The Paradox of Being Small

October 6, 2016
Reading time: 2 minutes


Bon Iver artist Justin Vernon recently shared a conversation that he and Kanye West had about the word humble. I know, Kanye and humble go together like bare feet and tacks or peanut butter and olives. The conversation centered around Justin having a reputation for being a humble guy and Kanye, well, not so much. In their friendly discussion about the merits of humbleness Kanye asked Justin if he had ever looked up the word ‘humble’. He hadn’t and neither had I. Here’s the definition:



1. having or showing a modest or low estimate of one’s own importance.

2. of low social, administrative, or political rank.


Hmmmmm, well that’s not what I thought it meant, nor is it a kabbalistic approach to life. While Justin and Kanye were quibbling over semantics (and Kanye was correct here) Justin is much closer to the mark spiritually.


The Zohar, verse 21 of Chayei Sarah explains that The Creator delights in those who transcend pride and self-interest, raising them in stature, whereas He diminishes those who inflate themselves with self-importance and vanity. Greatness in the world above is attained by behaving with humility and selflessness here in the physical realm. 


Kabbalistically, he who is small is great.


But wait! Being small in our lives can lead to a myriad of detrimental behaviors and outcomes. For instance, in a relationship a partner that always defers to the other will doubtlessly find themselves voiceless and unhappy. An employee who doesn’t take the credit for a job well done may be overlooked for promotion or pay raises. Just the very thought that in the big scheme of things, we aren’t that important, is demotivating to the extreme.


So what is the difference between being small spiritually versus these detrimental examples of being small?


English is failing us in this week’s post. There is no English word that I can find that means what I thought humble meant! Nor is there a better word choice for distinguishing between belittling ourselves (small) and the spiritual approach to being small which is completely different.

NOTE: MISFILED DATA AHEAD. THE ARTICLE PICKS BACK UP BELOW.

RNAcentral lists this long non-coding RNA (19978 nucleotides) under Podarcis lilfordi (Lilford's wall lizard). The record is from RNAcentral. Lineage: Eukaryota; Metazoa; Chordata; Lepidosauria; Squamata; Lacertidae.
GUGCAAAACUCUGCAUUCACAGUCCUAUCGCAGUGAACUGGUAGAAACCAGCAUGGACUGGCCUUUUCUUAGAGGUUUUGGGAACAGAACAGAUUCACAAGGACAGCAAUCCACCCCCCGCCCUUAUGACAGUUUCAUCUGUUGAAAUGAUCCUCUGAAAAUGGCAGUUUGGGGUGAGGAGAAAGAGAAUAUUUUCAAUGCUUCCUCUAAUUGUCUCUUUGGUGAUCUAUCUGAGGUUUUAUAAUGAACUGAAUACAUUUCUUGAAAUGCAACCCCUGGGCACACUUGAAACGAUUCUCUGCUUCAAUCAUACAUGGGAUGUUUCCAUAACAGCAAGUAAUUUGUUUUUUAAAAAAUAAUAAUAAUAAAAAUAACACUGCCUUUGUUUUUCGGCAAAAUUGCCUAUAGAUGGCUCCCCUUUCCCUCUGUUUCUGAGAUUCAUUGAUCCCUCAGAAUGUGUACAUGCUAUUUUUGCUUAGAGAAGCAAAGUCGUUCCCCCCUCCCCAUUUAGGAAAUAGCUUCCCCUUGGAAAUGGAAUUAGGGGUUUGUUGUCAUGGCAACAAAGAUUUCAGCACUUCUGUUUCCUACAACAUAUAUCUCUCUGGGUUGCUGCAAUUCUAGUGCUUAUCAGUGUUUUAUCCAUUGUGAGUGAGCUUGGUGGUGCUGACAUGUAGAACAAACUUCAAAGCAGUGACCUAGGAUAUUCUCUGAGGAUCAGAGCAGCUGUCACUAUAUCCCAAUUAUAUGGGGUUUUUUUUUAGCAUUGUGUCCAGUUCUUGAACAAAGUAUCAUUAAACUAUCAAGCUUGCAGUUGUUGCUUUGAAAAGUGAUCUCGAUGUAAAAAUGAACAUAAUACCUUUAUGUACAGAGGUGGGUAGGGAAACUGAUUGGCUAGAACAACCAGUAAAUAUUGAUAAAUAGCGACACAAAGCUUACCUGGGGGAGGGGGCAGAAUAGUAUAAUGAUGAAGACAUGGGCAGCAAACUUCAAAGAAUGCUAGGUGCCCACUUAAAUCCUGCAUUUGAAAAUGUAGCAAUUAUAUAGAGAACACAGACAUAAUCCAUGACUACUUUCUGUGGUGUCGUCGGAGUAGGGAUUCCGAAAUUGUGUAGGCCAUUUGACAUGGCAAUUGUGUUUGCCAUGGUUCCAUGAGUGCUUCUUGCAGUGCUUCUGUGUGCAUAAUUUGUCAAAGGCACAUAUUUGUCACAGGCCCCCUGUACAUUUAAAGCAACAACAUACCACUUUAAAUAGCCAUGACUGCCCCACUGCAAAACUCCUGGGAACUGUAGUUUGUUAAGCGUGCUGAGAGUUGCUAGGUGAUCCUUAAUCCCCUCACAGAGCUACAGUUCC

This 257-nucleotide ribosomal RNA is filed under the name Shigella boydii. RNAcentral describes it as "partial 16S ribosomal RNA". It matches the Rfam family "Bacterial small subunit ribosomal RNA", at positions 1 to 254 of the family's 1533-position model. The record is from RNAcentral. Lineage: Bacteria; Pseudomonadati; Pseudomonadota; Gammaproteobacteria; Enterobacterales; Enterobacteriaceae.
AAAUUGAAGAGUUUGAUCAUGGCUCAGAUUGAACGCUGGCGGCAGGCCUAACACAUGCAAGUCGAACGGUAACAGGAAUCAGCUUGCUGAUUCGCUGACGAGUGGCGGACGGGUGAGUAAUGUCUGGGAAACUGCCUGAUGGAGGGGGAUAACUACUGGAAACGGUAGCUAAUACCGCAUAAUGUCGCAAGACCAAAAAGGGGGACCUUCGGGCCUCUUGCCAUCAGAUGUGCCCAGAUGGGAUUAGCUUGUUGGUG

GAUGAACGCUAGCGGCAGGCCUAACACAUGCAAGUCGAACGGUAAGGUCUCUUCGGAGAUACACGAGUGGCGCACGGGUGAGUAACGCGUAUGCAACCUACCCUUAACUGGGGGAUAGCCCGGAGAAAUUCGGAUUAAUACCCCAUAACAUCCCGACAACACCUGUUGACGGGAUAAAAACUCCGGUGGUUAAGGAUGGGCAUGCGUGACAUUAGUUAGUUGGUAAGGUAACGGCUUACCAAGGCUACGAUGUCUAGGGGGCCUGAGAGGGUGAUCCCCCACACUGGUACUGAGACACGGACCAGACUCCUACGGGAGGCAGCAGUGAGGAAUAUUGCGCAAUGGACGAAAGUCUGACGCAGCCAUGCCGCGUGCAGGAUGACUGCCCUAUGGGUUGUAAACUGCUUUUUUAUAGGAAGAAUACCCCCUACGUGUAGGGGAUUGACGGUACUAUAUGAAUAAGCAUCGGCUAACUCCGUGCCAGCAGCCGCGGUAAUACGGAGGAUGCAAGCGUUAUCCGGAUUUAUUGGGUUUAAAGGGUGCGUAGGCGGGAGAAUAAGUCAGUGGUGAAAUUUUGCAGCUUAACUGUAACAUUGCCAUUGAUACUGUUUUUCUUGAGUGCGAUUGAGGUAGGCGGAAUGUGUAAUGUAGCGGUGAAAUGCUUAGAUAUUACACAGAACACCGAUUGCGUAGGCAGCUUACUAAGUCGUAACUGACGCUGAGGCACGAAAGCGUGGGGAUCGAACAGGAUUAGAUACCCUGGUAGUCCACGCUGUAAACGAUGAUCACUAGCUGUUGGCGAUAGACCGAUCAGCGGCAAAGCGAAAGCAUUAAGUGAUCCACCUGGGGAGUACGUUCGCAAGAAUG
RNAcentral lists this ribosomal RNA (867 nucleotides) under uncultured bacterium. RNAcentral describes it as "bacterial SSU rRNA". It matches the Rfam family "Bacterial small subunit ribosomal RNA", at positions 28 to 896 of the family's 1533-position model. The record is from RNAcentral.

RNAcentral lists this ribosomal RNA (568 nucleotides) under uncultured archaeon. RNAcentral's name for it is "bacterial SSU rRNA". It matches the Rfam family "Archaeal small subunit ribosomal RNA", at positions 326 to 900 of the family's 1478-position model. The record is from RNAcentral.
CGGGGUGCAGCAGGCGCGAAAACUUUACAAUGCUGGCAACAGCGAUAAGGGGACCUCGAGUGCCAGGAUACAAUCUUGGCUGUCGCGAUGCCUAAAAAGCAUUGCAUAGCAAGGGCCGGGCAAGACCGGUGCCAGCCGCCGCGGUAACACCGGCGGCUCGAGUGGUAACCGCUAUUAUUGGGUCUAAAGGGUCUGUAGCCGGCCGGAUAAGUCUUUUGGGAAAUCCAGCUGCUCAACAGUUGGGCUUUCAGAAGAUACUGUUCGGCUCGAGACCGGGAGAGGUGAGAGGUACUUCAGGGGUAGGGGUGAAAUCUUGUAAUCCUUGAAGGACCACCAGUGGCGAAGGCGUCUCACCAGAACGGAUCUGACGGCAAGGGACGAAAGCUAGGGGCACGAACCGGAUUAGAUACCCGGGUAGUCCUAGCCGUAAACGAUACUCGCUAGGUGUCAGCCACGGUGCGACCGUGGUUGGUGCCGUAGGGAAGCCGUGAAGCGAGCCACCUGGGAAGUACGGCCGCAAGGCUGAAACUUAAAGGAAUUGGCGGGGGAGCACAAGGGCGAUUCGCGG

Here are the two ways that we make ourselves small:

1. Making ourselves less in order to make someone else more comfortable.

2. Spiritually understanding that all of our gifts and talents and blessings are from the Creator. Spiritual smallness is a perspective shift.


And that was the crux of the Justin/Kanye conversation. They were both right.


To be small is bad! To be small is great!


To be small in a way to please others is a great disservice not only to yourself but others, too. Michael Berg speaks frequently about how little we understand of our own potential and greatness. Not grasping this truth and not actively working to reveal your greatness is the greatest disservice of all.


Next time you find yourself hiding or trying to be small, stop and ask yourself why. Everyone, but women particularly, can fall into this trap of making ourselves small so as not to come across as:




Know it all



And on and on.


But the stakes are high. Your greatness awaits. And ultimately, what’s more uncomfortable, the unfavorable judgment of others or the sadness of misspent potential?



Thought Into Action

Where are you playing it small in your life? Where could you be a little smaller (spiritually).


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